9th Annual Barcelona Bluegrass Camp report

This article was co-written by Xavier Cardús, one of the organizers of the camp. Photos are a contribution from Josep Ponsà.

On March 1-2, 2024, the Associacio Bluegrass i Old-Time Al Ras (Al Ras) hosted the 9th annual Barcelona Bluegrass Camp in Barcelona, Spain. We had more than a hundred musicians gather to enjoy two days playing bluegrass music, with participants from the USA, Ireland, Holland, the Czech Republic, France, Poland, Switzerland, Portugal, and of course, Spain.

The Barcelona Bluegrass Camp has been held the first weekend in March for nine years. 

Friday, March 1st: The Barcelona Bluegrass Camp begins with the Big Jam, giving musicians the opportunity to know one another in a social and relaxed setting. Students, teachers, and kids gather around in jam circles, and play their favorite songs.

After the Big Jam there was the Teacher’s Concert, and we had a number of excellent bluegrass musicians gathered to teach this year, including the renowned bluegrass guitar instructor Steve Kaufman, and banjo instructor Bill Evans. Both instructors have decades of experience in teaching and countless instructional material available. Teachers, organizers, and invited guests performed a great show to the gathered musicians. Organizer Joan Manel, from the Al Ras Association, kept putting out additional chairs all night to keep the growing crowd comfortable.

After the concert there was another jam for socializing with old friends coming together again for musical fellowship.

Saturday, March 2nd: Everyone gathered at 9:30 in the morning to find out where their classrooms were, where their combo will be meeting, chat with fellow students about bluegrass, and maybe grab a coffee or sandwich at the café of La Sedeta, the building where the camp takes place.

The teachers this year were Steve Kaufman, guitar; Bill Evans, banjo; Raphael Maillet, bluegrass fiddle; Mitch Depew, old-time fiddle; Ondra Kozak, mandolin; David Prat, old-time banjo; Maribel Rivero, bluegrass kids; Oriol Saña, Paul Vlodroop, and Juan Manuel Hernández, combo teachers.

One coffee break, a lunch break, the campus family photo, and a lot more jamming later, and the instrumental instruction part of the camp was over at 5:30. Students then rehearsed with their combos, led by teachers and invited guests, and presented their material in a student’s concert at 7:00 in the evening.

The combo segment of the camp underlines the importance of gaining experience by playing bluegrass music together, demonstrating how cultivating better musicianship is not just an individual process, but also one of learning to sensitively play music with other instruments. The student’s concert was more packed than the teacher’s concert, and the Al Ras organizers rapidly sold raffle tickets for a year’s subscription to the ArtistWorks online teaching program while the students combos played (Congratulations to the two raffle winners, fiddler Pablo Luchtan and guitarist Pol Gillén).

We like to call special attention to Bluegrass Kids, a program spearheaded by bassist Maribel Rivero. In association with l’Escola de Música de Premiá de Mar, the kids program has increased under Maribel’s direction. This year, she worked with 19 kids under 10 years old to get them prepared for the students concert. Great job kids, and great work Maribel — thanks for everything you put into Bluegrass Kids!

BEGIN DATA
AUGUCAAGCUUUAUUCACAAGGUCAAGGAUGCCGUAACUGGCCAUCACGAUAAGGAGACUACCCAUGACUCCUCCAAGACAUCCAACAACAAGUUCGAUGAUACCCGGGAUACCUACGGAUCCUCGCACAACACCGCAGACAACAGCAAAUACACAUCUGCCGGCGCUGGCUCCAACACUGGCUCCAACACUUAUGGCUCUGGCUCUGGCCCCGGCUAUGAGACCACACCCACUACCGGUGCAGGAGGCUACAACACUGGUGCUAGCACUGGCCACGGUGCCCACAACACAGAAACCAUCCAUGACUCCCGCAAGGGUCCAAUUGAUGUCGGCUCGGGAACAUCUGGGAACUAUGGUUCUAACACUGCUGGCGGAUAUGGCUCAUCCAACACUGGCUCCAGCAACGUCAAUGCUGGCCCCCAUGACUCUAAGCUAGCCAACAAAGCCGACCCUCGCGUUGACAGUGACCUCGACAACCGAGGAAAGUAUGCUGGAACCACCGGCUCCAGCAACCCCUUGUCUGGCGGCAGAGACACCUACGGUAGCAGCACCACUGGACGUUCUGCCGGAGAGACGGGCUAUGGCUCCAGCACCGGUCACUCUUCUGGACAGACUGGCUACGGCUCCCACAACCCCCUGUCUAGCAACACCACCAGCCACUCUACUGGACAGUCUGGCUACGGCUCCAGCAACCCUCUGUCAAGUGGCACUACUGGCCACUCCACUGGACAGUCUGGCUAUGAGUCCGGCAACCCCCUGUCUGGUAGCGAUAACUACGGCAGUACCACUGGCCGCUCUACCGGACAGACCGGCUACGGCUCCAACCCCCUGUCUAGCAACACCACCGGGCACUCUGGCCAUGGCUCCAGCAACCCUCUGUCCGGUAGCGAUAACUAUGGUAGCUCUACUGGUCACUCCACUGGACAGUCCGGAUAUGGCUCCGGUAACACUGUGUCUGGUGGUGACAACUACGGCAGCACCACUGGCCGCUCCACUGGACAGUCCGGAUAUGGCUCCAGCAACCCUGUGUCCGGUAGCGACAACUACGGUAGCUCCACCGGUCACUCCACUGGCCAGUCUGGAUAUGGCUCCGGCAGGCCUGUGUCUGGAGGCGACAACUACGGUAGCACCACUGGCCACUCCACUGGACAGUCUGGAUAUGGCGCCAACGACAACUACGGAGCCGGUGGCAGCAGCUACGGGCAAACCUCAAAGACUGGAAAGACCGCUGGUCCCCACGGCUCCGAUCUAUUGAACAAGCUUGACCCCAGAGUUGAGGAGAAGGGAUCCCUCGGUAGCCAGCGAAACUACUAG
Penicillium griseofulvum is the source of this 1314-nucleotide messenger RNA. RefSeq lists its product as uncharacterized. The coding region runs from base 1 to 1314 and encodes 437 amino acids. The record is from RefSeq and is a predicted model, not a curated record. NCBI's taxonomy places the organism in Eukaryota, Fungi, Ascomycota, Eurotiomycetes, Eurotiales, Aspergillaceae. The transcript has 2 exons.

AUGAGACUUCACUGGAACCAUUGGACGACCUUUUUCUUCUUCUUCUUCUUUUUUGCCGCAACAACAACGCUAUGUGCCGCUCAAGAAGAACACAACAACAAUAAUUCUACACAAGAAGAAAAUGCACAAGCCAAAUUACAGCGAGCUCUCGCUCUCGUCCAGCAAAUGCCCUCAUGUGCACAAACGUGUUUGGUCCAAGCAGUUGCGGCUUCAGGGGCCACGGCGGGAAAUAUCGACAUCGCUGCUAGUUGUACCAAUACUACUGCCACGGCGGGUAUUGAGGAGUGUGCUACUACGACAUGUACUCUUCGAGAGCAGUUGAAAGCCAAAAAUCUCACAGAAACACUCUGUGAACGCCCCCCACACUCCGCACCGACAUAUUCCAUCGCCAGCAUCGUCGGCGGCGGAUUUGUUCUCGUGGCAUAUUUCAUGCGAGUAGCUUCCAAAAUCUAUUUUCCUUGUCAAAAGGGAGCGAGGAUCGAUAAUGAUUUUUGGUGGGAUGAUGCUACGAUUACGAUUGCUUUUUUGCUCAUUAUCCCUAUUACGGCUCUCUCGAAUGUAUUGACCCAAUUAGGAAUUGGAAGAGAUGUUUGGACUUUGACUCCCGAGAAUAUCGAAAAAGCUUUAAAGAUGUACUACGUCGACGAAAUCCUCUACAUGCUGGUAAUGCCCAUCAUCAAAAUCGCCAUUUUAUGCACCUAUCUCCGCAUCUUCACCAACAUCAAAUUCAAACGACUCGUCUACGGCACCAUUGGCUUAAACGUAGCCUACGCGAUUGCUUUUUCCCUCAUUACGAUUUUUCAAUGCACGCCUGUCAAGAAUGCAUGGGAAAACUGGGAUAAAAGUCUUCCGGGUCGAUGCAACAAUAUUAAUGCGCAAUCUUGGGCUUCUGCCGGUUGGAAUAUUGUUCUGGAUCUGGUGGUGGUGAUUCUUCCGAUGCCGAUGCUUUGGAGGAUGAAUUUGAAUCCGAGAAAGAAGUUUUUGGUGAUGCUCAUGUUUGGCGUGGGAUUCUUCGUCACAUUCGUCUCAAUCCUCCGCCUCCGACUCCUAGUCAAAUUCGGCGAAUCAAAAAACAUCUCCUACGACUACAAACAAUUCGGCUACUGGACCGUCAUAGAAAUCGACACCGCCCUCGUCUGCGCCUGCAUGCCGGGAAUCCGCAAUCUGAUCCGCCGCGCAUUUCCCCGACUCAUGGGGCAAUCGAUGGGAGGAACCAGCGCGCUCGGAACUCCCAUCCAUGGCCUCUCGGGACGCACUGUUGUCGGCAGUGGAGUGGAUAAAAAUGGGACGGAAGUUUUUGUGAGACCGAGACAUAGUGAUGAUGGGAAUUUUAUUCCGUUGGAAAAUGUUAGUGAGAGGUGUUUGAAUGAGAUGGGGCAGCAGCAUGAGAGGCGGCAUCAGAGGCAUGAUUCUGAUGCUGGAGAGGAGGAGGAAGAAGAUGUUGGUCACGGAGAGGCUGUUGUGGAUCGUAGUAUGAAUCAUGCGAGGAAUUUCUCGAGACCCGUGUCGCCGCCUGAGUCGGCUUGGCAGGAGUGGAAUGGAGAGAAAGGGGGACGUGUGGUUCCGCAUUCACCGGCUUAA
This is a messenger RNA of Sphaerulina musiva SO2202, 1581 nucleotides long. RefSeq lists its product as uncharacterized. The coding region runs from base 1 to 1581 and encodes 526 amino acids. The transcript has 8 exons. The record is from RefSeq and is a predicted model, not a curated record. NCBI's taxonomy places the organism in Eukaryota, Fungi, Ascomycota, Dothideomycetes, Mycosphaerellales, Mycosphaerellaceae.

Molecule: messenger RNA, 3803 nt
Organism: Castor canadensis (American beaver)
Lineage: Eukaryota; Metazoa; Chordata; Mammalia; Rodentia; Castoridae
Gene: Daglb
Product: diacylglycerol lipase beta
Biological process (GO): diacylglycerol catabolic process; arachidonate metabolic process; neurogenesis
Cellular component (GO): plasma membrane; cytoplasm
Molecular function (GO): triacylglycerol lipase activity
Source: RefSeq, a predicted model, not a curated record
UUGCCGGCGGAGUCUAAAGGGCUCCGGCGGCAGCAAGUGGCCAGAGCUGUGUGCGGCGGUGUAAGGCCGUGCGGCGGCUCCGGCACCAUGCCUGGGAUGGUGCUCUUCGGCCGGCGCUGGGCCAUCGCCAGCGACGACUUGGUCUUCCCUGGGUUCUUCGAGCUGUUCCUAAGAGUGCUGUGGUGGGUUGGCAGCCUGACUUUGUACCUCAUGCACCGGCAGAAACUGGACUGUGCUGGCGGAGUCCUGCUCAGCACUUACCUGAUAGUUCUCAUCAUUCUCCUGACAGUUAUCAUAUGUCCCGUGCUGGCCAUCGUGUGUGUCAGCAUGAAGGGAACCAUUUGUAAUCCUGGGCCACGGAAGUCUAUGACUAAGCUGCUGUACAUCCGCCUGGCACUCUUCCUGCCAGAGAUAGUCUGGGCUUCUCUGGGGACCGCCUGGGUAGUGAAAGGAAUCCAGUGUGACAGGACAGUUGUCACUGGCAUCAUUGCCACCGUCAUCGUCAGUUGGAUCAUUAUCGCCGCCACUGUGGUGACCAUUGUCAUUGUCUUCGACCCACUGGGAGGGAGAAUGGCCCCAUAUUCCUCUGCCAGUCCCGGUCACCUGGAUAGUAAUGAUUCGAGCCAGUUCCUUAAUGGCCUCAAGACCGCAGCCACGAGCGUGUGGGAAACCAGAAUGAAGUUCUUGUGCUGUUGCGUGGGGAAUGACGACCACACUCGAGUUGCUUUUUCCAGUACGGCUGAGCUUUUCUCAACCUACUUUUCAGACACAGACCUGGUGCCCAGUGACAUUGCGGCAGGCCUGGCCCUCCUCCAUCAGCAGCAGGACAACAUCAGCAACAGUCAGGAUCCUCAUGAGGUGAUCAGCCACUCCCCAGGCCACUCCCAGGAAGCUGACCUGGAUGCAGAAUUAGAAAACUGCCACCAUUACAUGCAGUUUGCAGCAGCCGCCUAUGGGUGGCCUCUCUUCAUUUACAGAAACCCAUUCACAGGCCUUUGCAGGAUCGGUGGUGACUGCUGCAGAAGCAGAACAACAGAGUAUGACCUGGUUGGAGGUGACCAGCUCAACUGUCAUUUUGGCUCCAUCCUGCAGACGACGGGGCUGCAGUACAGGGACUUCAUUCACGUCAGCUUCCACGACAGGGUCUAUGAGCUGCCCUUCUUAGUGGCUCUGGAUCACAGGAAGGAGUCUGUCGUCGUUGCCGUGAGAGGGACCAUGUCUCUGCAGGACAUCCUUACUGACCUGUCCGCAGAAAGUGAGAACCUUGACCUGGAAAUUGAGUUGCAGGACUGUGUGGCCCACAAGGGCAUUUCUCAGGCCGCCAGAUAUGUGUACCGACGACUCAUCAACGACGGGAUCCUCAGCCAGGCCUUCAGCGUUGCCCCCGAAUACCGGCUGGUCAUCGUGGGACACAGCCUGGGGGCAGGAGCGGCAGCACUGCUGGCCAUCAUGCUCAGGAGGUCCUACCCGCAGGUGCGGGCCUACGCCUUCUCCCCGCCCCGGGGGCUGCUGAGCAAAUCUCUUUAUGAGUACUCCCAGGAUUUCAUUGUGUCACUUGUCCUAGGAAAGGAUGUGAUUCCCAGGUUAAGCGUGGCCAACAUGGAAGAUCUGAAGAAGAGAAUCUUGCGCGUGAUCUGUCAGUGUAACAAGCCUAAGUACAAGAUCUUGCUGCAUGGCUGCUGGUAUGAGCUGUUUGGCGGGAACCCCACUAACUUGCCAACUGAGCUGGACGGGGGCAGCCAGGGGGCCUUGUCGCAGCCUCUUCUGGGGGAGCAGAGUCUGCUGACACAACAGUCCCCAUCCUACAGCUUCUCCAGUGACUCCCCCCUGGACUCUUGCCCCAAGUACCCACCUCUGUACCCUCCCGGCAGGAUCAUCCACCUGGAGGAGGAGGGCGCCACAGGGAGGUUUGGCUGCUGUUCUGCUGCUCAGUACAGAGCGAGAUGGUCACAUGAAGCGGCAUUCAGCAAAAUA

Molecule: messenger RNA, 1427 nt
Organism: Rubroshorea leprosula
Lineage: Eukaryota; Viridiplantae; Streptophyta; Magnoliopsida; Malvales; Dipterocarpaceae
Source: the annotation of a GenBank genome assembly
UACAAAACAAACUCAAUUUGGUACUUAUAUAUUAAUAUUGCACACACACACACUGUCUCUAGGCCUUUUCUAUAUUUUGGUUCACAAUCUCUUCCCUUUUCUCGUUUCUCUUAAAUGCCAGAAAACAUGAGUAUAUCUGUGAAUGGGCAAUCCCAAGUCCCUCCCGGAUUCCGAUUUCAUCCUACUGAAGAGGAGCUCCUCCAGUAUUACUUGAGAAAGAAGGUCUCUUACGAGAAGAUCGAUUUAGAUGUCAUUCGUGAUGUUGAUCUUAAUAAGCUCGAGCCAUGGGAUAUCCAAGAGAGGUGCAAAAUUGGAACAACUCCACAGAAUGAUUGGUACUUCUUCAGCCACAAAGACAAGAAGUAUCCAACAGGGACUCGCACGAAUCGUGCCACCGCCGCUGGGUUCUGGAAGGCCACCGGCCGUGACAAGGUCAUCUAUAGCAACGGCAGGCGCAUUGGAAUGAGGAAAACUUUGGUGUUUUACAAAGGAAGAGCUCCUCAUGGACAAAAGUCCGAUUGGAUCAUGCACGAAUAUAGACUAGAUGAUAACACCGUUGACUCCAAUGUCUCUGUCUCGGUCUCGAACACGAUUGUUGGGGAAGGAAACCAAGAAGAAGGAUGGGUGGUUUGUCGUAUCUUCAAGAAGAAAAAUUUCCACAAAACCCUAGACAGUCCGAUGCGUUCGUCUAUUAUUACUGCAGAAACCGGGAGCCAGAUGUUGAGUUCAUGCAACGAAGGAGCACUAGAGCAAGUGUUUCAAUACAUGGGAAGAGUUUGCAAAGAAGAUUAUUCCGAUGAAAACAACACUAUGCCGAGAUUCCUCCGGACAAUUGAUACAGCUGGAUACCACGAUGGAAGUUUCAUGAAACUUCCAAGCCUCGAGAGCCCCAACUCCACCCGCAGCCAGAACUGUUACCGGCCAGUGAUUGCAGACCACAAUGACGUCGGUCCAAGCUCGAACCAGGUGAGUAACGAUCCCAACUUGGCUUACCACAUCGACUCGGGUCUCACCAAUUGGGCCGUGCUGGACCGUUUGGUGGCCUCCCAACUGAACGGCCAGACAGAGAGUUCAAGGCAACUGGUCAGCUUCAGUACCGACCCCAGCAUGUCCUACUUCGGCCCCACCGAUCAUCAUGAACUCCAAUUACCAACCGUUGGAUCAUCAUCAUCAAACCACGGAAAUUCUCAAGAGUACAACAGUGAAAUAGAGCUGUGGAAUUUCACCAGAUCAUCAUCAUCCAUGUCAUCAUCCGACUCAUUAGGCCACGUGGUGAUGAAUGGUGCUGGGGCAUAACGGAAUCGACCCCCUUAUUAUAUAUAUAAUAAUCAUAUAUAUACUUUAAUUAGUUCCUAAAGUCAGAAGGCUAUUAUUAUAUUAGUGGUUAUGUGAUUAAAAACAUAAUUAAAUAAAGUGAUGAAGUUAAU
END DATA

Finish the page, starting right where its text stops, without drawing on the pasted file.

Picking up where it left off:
Before everyone headed back to the bar for more jamming, students, teachers, and guests were invited onstage to join in a performance of two camp songs: Salty Dog and Elzic’s Farewell (the Chris Thile version).  

The evening, and the camp, ended with the teachers, students, and organizers at the café downstairs, reminiscing, making plans, and playing music together.

  • The Al Ras Association organizers:  Lluís Gómez, Joan Manel Hernández, Jorge Rodríguez, Xavier Cardús, and Ignasi Cardús
  • Artistworks for donating two year-long subscriptions for the raffle
  • El Barn D’en Greg who provided a BBQ and Jam Sunday afternoon for the travels still in town
  • Everyone at La Sedeta and the Café for putting up with the overflow of musicians for two days

La Sedeta building, an old silk stocking factory converted to a community center, has been the perfect venue for the “camp,” because it has enough classrooms, a nice big auditorium with a performance stage, good sound, and plenty of seating. Just as important, there is also a friendly café on the bottom floor where musicians can go at their own calling to grab a coffee, beer, or a bocadilla (a type of sandwich).

The 9th Barcelona Bluegrass Camp was a great success, and we can’t wait to see everyone again next year, and of course some new faces!

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About the Author

Michael Luchtan

Michael Luchtan is a musician and scholar raised in the Appalachian foothills of Northeast Georgia, now living in Barcelona, Spain. He has been awarded research grants from prestigious institutes such as Black Mountain College Museum and Arts Center in Western North Carolina, Berea College in Kentucky, and East Tennessee State University, where he received a master's degree in Appalachian Studies in 2019. Funded by a grant from the Open University of Catalonia to examine the circulation of embodied knowledge, his comprehensive research on Barcelona's bluegrass scene and its surrounding communities has positioned him as a prominent authority on European Bluegrass. As a correspondent for Bluegrass Today, he enthusiastically covers festivals, events, and communities, sharing his unique perspective on the genre's global resonance.